Richard Holbrooke '62, distinguished public servant, died Monday after undergoing emergency surgery to repair a torn aorta. He was a professor-at-large at the Watson Institute for International Studies at the time of his death.
Holbrooke, who has served in every Democratic administration since entering the Foreign Service in 1962, is perhaps best known for his role in negotiating the 1995 Dayton Accords, ending the war in Bosnia.
"Tonight, the Brown community joins the nation and the world in mourning the loss of one of our most distinguished diplomats," President Ruth Simmons wrote in a statement to The Herald. "Seeker of peace, Richard Holbrooke's career spanned decades, geography, presidential administrations and international conflicts."
From 2009 until his death, Holbrooke served as President Barack Obama's special representative for Afghanistan and Pakistan, making him one of the nation's top diplomats. He was among a handful of leading candidates for the secretary of state nomination that ultimately went to Hillary Clinton.
Besides his work toward ensuring Balkan peace, he served under the Clinton administration first as ambassador to Germany and then as assistant secretary of state for European and Canadian affairs before being appointed U.S. ambassador to the United Nations in 1999.
Under President Jimmy Carter, Holbrooke became the youngest assistant secretary of state for East Asian and Pacific affairs in history, at age 35.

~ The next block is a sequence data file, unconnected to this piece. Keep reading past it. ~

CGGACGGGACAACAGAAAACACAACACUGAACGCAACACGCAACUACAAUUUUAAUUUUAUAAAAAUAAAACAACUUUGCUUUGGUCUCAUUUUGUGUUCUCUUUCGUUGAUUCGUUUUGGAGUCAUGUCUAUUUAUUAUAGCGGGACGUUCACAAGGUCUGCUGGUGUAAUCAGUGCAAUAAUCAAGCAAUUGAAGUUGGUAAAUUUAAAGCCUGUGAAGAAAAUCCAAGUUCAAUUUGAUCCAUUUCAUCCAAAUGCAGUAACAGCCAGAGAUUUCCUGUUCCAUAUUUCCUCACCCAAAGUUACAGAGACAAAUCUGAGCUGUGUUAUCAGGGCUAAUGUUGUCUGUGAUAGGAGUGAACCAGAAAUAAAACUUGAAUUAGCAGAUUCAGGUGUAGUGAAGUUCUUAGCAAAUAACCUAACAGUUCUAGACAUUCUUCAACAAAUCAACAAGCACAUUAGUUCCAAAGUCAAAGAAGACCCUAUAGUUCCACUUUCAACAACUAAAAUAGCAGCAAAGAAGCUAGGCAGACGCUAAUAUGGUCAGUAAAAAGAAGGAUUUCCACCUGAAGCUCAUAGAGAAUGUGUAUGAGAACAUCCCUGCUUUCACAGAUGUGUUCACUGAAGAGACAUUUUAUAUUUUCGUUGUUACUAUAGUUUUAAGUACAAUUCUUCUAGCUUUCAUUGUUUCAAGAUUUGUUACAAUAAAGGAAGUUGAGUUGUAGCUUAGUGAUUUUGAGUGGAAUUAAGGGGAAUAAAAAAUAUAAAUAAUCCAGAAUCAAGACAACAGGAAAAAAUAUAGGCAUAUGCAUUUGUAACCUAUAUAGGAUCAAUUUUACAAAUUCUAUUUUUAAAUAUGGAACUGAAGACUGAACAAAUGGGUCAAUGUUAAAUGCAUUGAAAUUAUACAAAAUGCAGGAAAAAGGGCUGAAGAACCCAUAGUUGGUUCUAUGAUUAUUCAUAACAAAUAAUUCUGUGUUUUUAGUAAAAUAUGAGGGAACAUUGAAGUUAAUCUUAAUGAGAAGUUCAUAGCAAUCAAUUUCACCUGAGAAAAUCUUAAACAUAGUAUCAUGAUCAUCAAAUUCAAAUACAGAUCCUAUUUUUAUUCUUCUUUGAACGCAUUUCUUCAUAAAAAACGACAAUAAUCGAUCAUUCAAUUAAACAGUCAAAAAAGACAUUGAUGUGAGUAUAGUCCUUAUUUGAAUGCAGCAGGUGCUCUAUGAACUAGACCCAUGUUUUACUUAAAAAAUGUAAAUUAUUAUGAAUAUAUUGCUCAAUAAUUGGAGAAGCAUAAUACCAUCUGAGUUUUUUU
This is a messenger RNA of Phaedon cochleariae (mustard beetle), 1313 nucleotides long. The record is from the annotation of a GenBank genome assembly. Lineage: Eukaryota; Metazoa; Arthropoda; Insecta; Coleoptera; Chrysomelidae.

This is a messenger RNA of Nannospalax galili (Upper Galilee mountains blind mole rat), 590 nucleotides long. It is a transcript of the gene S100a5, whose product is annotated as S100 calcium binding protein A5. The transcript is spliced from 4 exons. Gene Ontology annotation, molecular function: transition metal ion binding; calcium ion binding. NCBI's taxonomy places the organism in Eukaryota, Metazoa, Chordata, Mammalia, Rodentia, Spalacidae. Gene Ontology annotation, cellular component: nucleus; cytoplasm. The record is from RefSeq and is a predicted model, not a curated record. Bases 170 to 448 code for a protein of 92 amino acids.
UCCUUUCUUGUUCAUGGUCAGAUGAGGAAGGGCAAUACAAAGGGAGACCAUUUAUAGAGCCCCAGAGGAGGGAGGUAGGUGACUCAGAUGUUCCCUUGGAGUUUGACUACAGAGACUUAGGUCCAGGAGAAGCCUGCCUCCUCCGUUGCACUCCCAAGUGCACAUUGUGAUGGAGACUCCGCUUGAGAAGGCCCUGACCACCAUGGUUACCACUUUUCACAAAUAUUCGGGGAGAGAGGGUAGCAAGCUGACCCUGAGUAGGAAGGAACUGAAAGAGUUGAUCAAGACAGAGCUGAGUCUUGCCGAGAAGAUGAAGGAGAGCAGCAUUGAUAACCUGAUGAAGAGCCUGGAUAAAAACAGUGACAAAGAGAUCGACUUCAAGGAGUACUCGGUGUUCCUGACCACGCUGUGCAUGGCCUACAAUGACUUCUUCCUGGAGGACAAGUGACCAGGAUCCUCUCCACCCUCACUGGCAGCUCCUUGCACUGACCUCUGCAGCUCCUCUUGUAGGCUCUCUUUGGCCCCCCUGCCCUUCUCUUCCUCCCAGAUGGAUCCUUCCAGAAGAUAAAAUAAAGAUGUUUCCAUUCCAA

He worked in Vietnam for Presidents John F. Kennedy and Lyndon Johnson, and authored a significant portion of the Pentagon Papers.
During the Nixon administration, Holbrooke, a former Herald editor-in-chief, left government and worked as managing editor for the magazine "Foreign Policy." More recently, he has authored a best-selling account of his work during the Balkan Crisis.
Alongside public service and journalism, he pursued a successful career in finance. He was the managing director of Lehman Brothers from 1985 to 1993 and served on the board of American International Group until 2008. During his time on AIG's board, the corporation engaged in risky credit default swaps. During the 2008 global financial crisis, the corporation came to the brink of bankruptcy before receiving a large government bailout.
Despite these diverse commitments, Holbrooke managed to find his way back to Brown. In February 2007, he accepted a five-year appointment as a professor-at-large at the Watson Institute for International Studies.
Holbrooke "remained ever true to his alma mater," Simmons wrote in her statement.
David Kennedy '76, interim director of the institute when Holbrooke was asked to join the Obama administration, told The Herald at the time that Holbrooke had been a "very effective participant in teaching and research at the Watson Institute."
"He has led student working groups, participated in classes, spoken at the Institute and —in general — supported our teaching in international affairs," Kennedy said.
Holbrooke has returned to campus regularly over the years for events such as lectures, Janus Forum debates and small Watson Institute study group series.
In 2007, when asked about working for the next presidential administration, Holbrooke told The Herald, "It'd be fun to have one last shot at public service, and I'd like to do that."
Members of the Brown community are invited to share their memories of Holbrooke by e-mailing Letters@BrownDailyHerald.com.